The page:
# How do I find the antiderivative of #y=csc(x)cot(x)#?

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To find the antiderivative of ( y = \csc(x) \cot(x) ), you can use integration by substitution. Let ( u = \csc(x) ), then ( du = -\csc(x) \cot(x) dx ). Hence, the antiderivative becomes:

[ \int -du = -u + C = -\csc(x) + C ]

where ( C ) is the constant of integration. Therefore, the antiderivative of ( y = \csc(x) \cot(x) ) is ( -\csc(x) + C ).

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When evaluating a one-sided limit, you need to be careful when a quantity is approaching zero since its sign is different depending on which way it is approaching zero from. Let us look at some examples.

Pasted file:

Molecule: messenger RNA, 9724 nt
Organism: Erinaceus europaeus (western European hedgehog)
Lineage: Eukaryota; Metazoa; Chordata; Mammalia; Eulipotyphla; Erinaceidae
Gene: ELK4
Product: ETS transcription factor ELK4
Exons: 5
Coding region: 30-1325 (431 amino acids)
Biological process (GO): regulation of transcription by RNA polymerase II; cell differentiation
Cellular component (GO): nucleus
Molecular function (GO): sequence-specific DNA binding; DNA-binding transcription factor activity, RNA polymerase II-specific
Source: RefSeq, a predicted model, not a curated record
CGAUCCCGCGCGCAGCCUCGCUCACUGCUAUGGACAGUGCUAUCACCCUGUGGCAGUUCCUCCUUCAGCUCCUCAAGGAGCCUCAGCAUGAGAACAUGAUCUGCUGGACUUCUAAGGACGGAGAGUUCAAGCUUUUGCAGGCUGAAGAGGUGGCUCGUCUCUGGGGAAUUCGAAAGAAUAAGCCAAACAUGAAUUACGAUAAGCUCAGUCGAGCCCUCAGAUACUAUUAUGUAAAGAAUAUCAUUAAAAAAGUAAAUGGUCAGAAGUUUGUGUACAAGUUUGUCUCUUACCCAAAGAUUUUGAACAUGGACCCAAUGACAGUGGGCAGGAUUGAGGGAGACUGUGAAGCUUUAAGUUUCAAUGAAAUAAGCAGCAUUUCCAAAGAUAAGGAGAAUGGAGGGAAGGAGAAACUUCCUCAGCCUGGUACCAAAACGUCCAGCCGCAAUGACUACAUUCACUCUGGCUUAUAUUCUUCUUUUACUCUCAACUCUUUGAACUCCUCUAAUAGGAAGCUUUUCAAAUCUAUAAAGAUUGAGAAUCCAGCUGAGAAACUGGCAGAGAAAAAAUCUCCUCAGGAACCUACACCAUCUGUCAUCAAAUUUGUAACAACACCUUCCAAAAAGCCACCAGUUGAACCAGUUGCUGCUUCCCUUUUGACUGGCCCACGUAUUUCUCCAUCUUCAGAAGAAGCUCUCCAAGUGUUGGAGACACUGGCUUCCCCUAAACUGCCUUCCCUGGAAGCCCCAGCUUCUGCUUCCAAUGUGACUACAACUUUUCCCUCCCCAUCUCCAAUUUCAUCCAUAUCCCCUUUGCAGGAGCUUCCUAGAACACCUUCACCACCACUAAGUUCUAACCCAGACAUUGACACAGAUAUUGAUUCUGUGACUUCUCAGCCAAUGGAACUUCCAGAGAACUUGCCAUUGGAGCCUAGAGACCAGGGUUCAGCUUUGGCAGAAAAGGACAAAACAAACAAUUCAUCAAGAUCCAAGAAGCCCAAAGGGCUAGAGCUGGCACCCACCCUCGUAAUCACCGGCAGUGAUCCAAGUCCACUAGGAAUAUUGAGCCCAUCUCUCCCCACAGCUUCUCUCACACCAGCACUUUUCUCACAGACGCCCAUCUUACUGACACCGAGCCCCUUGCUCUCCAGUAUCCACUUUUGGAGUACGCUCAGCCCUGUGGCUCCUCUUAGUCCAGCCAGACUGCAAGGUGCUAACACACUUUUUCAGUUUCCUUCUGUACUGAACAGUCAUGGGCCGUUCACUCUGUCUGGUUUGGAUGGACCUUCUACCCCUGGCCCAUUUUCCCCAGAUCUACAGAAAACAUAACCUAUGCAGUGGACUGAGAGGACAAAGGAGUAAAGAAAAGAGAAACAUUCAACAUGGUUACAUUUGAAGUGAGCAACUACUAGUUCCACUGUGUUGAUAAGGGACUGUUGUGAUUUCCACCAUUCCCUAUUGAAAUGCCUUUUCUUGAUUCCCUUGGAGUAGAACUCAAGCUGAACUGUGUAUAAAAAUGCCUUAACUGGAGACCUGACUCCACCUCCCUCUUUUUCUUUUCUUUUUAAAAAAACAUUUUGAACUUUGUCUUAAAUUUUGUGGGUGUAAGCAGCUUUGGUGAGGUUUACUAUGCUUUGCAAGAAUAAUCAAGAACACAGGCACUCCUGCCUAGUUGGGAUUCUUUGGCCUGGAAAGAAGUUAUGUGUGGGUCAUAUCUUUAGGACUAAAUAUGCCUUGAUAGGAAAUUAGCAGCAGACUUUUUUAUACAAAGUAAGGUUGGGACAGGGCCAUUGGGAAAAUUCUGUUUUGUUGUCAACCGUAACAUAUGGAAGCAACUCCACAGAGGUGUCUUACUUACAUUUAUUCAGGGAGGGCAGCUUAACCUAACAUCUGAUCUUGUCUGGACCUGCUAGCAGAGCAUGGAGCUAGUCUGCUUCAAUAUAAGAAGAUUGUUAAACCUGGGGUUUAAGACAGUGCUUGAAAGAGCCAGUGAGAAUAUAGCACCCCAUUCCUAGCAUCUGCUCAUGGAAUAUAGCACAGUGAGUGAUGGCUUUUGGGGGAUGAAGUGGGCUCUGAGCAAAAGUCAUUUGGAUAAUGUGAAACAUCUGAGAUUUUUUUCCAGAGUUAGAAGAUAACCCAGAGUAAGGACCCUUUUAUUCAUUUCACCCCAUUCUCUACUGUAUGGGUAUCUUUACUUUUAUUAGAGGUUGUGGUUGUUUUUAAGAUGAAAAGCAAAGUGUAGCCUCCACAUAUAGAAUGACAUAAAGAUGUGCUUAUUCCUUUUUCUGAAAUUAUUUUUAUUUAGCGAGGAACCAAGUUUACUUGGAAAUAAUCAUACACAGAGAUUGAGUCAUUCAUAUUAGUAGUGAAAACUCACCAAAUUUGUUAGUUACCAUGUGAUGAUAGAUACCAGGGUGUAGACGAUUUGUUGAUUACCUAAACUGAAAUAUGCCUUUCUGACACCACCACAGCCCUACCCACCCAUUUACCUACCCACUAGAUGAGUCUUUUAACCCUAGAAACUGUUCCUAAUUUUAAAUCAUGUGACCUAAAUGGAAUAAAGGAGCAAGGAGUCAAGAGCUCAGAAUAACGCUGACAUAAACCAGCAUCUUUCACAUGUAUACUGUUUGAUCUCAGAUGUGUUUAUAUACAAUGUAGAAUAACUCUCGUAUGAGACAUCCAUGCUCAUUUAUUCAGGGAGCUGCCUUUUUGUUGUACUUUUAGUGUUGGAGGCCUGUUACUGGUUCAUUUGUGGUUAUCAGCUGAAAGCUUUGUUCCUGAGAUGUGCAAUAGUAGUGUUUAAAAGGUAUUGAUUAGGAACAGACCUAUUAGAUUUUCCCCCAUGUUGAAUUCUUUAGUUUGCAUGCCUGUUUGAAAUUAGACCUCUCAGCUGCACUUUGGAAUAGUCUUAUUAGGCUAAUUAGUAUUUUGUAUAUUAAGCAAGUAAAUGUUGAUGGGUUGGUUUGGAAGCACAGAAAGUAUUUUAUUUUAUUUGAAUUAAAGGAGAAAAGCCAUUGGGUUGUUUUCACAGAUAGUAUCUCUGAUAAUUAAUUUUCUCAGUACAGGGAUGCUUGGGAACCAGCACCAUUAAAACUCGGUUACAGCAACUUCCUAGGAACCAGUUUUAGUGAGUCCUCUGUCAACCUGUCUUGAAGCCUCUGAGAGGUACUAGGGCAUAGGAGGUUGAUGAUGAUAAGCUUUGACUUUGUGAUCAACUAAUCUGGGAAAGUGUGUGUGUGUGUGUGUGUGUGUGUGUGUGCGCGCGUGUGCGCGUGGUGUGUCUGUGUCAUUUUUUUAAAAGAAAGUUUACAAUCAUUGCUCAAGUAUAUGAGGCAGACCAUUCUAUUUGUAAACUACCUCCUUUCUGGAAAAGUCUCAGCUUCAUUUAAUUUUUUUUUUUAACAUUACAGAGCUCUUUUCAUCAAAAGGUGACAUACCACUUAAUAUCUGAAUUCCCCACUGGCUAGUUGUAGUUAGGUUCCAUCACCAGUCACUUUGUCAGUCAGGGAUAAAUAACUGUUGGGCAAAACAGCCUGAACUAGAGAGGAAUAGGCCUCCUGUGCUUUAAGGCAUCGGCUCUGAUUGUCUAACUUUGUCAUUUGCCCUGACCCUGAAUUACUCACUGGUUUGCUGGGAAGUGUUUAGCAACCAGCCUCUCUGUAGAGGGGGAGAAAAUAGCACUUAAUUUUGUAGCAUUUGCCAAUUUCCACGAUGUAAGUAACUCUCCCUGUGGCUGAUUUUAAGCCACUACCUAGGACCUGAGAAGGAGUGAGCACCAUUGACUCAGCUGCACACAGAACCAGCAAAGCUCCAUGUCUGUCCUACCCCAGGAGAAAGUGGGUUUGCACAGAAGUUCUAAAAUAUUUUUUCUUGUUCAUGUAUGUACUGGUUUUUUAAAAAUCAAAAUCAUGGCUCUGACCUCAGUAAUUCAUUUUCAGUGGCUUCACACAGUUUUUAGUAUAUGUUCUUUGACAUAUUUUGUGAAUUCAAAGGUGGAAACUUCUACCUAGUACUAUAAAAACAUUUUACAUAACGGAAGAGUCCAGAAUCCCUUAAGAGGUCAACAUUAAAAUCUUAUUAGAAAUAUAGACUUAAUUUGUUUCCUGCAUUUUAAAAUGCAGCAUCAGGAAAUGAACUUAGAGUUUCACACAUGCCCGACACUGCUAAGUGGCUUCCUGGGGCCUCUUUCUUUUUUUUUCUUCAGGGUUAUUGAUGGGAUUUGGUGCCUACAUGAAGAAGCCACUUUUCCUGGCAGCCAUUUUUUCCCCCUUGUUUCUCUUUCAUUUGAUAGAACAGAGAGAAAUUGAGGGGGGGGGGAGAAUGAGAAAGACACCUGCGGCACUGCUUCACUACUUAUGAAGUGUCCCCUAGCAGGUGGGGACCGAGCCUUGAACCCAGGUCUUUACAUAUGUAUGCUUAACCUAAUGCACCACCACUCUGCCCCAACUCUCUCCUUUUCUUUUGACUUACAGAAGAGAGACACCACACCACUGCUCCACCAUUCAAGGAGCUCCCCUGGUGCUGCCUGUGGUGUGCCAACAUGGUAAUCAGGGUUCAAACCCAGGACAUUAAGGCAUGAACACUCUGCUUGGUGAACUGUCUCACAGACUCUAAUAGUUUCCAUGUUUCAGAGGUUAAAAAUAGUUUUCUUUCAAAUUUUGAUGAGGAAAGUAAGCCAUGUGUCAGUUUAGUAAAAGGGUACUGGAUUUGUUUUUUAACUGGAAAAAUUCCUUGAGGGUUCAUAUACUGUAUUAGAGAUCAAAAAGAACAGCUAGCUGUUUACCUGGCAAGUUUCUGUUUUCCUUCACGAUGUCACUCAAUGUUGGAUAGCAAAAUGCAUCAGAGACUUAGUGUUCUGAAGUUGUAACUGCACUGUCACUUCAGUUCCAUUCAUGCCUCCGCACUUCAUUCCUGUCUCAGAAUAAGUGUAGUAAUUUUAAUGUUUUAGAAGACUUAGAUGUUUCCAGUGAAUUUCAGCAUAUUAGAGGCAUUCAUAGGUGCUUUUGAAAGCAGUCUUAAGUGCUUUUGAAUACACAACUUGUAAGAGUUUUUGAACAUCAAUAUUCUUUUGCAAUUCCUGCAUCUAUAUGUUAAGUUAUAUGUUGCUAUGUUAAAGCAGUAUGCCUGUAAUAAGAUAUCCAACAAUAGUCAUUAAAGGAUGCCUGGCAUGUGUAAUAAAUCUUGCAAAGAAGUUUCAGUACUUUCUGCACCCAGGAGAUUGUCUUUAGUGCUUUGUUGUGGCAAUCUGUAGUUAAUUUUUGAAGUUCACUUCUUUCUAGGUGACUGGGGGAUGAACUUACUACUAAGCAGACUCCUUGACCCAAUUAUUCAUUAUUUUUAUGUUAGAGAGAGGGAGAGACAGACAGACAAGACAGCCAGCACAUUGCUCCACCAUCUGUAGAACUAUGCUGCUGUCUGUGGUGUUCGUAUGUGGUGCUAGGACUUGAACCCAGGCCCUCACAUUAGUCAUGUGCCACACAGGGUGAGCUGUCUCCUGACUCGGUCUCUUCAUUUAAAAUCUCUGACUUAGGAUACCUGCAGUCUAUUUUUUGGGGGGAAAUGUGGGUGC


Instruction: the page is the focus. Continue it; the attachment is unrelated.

When evaluating a one-sided limit, you need to be careful when a quantity is approaching zero since its sign is different depending on which way it is approaching zero from. Let us look at some examples.

When evaluating a one-sided limit, you need to be careful when a quantity is approaching zero since its sign is different depending on which way it is approaching zero from. Let us look at some examples.

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